segunda-feira, 20 de março de 2017

Plymouth Marine Laboratory and Plymouth University say there are 44 aliens species in our waters Read more at

Aliens have invaded the waters around Britain, causing havoc in the seas and bringing with them tropical diseases. Chinese mitten crabs are officially listed as one of the world's 100 worst invasive species.
They can cause damage to fishing gear and river banks, block intake screens, modify natural habitats and compete with native species, and it is this economic and ecological damage that makes this crab such an unwelcome arrival.
Across the Atlantic, thousands of people have died in cholera outbreaks carried across oceans in the ballast tanks of ships.
The damaging traffic goes both ways, with creatures and plants from Britain now turning up in the waters off South America.
A review by PML Applications Ltd, the wholly-owned subsidiary of Plymouth Marine Laboratory (PML) and Plymouth University found there were 44 non-native species which had become invasive with high ecological impacts in the northeast Atlantic and 15 in the less well studied southwestern Atlantic.
Most had been carried in ballast water of ships, or attached to their hulls.
But aquaculture – such as growing Pacific oysters in rivers like the Helford estuary – has also been a very significant way in for aliens.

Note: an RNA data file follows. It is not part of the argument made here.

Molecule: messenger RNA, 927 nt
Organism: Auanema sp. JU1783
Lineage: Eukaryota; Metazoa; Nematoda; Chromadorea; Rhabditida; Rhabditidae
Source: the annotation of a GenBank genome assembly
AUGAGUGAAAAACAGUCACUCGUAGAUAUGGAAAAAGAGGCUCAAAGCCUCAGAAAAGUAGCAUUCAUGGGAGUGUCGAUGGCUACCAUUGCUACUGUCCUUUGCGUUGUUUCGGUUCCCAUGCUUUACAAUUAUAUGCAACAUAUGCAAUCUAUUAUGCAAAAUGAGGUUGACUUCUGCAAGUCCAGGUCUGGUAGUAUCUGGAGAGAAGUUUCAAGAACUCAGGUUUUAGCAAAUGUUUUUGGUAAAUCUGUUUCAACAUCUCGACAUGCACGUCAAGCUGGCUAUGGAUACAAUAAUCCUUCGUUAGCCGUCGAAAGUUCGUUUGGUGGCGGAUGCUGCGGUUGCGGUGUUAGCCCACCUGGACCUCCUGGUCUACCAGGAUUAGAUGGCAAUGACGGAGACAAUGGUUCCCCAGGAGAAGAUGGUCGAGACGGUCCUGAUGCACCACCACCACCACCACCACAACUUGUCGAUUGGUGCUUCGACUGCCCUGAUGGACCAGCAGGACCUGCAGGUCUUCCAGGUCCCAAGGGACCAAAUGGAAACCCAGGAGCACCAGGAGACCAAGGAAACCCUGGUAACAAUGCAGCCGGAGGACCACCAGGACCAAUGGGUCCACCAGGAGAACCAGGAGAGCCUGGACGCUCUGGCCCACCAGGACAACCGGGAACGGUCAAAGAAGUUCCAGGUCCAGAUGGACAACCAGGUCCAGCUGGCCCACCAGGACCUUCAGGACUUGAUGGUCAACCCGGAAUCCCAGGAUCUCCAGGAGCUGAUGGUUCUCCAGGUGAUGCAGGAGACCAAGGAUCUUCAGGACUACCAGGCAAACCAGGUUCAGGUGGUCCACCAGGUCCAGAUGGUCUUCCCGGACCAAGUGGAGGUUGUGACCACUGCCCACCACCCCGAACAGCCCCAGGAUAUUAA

Accidental introductions of non-native species has been of increasing concern since the 1980s.
Cecilia de Castro, lead author of the review, said the study highlighted the importance of the International Maritime Organisation's Ballast Water Convention – which the UK has yet to sign up to.

Cecilia Tinidade de Castro examines specimens at Plymouth University

Professor Jason Hall-Spencer is coordinating the UK-Brazil collaboration.
He said: "An estimated 10,000 marine species are transported around the world in ballast water every day. This sometimes causes outbreaks of diseases such as cholera in which thousands of people die, and commonly introduces toxic algae which can cause massive kills of aquatic life.
"I would hope the UK signs up to the United Nations ballast water regulations to help secure healthy productive seas."
A consortium of research institutes is asking for members of the public to report mitten crab sightings.


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